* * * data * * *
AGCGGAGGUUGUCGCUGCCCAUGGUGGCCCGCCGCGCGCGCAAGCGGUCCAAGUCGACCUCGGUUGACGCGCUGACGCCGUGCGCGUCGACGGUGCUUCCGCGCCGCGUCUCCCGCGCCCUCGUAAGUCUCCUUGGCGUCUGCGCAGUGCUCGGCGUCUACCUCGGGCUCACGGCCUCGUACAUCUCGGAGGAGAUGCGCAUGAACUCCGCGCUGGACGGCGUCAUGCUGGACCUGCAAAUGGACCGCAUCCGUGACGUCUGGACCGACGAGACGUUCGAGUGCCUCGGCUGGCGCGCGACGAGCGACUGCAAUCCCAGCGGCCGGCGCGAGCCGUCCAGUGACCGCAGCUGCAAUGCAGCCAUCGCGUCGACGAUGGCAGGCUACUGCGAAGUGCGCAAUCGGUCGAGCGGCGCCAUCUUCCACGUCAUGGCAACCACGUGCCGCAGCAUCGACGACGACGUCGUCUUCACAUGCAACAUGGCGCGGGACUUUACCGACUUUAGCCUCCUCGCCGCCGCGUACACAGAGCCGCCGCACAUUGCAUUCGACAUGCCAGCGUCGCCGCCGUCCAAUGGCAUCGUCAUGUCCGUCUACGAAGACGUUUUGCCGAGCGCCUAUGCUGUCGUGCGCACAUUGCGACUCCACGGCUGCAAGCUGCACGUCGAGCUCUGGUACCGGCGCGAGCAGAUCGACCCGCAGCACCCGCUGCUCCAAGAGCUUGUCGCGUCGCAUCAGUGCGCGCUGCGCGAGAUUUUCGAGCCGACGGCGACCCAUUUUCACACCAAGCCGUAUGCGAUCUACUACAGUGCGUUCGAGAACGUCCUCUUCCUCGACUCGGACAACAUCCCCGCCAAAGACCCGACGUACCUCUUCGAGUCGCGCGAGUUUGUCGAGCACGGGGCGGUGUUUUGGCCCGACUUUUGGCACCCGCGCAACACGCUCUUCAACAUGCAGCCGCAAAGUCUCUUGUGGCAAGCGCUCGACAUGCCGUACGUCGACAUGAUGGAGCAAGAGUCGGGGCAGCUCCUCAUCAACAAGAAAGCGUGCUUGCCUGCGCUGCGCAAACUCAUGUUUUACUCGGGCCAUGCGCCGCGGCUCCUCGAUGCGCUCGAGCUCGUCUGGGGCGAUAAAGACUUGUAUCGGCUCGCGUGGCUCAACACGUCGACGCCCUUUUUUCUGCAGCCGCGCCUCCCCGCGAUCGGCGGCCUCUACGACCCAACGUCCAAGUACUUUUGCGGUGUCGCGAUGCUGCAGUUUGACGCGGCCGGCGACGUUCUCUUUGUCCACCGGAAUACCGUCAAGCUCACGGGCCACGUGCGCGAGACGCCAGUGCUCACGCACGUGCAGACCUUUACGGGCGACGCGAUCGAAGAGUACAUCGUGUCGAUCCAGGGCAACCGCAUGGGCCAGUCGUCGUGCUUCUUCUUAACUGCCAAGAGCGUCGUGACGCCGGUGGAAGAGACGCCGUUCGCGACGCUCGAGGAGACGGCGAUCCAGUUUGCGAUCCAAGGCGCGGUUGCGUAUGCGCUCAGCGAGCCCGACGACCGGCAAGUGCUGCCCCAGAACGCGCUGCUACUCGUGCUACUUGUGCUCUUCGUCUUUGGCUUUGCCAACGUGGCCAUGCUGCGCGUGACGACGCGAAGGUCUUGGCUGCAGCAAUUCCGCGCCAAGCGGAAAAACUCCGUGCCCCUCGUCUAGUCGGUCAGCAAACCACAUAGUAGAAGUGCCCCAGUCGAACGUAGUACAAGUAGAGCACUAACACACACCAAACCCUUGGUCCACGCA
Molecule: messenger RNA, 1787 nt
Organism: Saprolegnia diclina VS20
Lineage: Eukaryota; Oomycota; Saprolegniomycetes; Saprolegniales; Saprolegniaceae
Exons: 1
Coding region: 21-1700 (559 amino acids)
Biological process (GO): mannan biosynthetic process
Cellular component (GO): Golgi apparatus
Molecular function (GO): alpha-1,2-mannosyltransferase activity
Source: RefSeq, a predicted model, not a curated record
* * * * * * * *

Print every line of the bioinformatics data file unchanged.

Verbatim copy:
AGCGGAGGUUGUCGCUGCCCAUGGUGGCCCGCCGCGCGCGCAAGCGGUCCAAGUCGACCUCGGUUGACGCGCUGACGCCGUGCGCGUCGACGGUGCUUCCGCGCCGCGUCUCCCGCGCCCUCGUAAGUCUCCUUGGCGUCUGCGCAGUGCUCGGCGUCUACCUCGGGCUCACGGCCUCGUACAUCUCGGAGGAGAUGCGCAUGAACUCCGCGCUGGACGGCGUCAUGCUGGACCUGCAAAUGGACCGCAUCCGUGACGUCUGGACCGACGAGACGUUCGAGUGCCUCGGCUGGCGCGCGACGAGCGACUGCAAUCCCAGCGGCCGGCGCGAGCCGUCCAGUGACCGCAGCUGCAAUGCAGCCAUCGCGUCGACGAUGGCAGGCUACUGCGAAGUGCGCAAUCGGUCGAGCGGCGCCAUCUUCCACGUCAUGGCAACCACGUGCCGCAGCAUCGACGACGACGUCGUCUUCACAUGCAACAUGGCGCGGGACUUUACCGACUUUAGCCUCCUCGCCGCCGCGUACACAGAGCCGCCGCACAUUGCAUUCGACAUGCCAGCGUCGCCGCCGUCCAAUGGCAUCGUCAUGUCCGUCUACGAAGACGUUUUGCCGAGCGCCUAUGCUGUCGUGCGCACAUUGCGACUCCACGGCUGCAAGCUGCACGUCGAGCUCUGGUACCGGCGCGAGCAGAUCGACCCGCAGCACCCGCUGCUCCAAGAGCUUGUCGCGUCGCAUCAGUGCGCGCUGCGCGAGAUUUUCGAGCCGACGGCGACCCAUUUUCACACCAAGCCGUAUGCGAUCUACUACAGUGCGUUCGAGAACGUCCUCUUCCUCGACUCGGACAACAUCCCCGCCAAAGACCCGACGUACCUCUUCGAGUCGCGCGAGUUUGUCGAGCACGGGGCGGUGUUUUGGCCCGACUUUUGGCACCCGCGCAACACGCUCUUCAACAUGCAGCCGCAAAGUCUCUUGUGGCAAGCGCUCGACAUGCCGUACGUCGACAUGAUGGAGCAAGAGUCGGGGCAGCUCCUCAUCAACAAGAAAGCGUGCUUGCCUGCGCUGCGCAAACUCAUGUUUUACUCGGGCCAUGCGCCGCGGCUCCUCGAUGCGCUCGAGCUCGUCUGGGGCGAUAAAGACUUGUAUCGGCUCGCGUGGCUCAACACGUCGACGCCCUUUUUUCUGCAGCCGCGCCUCCCCGCGAUCGGCGGCCUCUACGACCCAACGUCCAAGUACUUUUGCGGUGUCGCGAUGCUGCAGUUUGACGCGGCCGGCGACGUUCUCUUUGUCCACCGGAAUACCGUCAAGCUCACGGGCCACGUGCGCGAGACGCCAGUGCUCACGCACGUGCAGACCUUUACGGGCGACGCGAUCGAAGAGUACAUCGUGUCGAUCCAGGGCAACCGCAUGGGCCAGUCGUCGUGCUUCUUCUUAACUGCCAAGAGCGUCGUGACGCCGGUGGAAGAGACGCCGUUCGCGACGCUCGAGGAGACGGCGAUCCAGUUUGCGAUCCAAGGCGCGGUUGCGUAUGCGCUCAGCGAGCCCGACGACCGGCAAGUGCUGCCCCAGAACGCGCUGCUACUCGUGCUACUUGUGCUCUUCGUCUUUGGCUUUGCCAACGUGGCCAUGCUGCGCGUGACGACGCGAAGGUCUUGGCUGCAGCAAUUCCGCGCCAAGCGGAAAAACUCCGUGCCCCUCGUCUAGUCGGUCAGCAAACCACAUAGUAGAAGUGCCCCAGUCGAACGUAGUACAAGUAGAGCACUAACACACACCAAACCCUUGGUCCACGCA
Molecule: messenger RNA, 1787 nt
Organism: Saprolegnia diclina VS20
Lineage: Eukaryota; Oomycota; Saprolegniomycetes; Saprolegniales; Saprolegniaceae
Exons: 1
Coding region: 21-1700 (559 amino acids)
Biological process (GO): mannan biosynthetic process
Cellular component (GO): Golgi apparatus
Molecular function (GO): alpha-1,2-mannosyltransferase activity
Source: RefSeq, a predicted model, not a curated record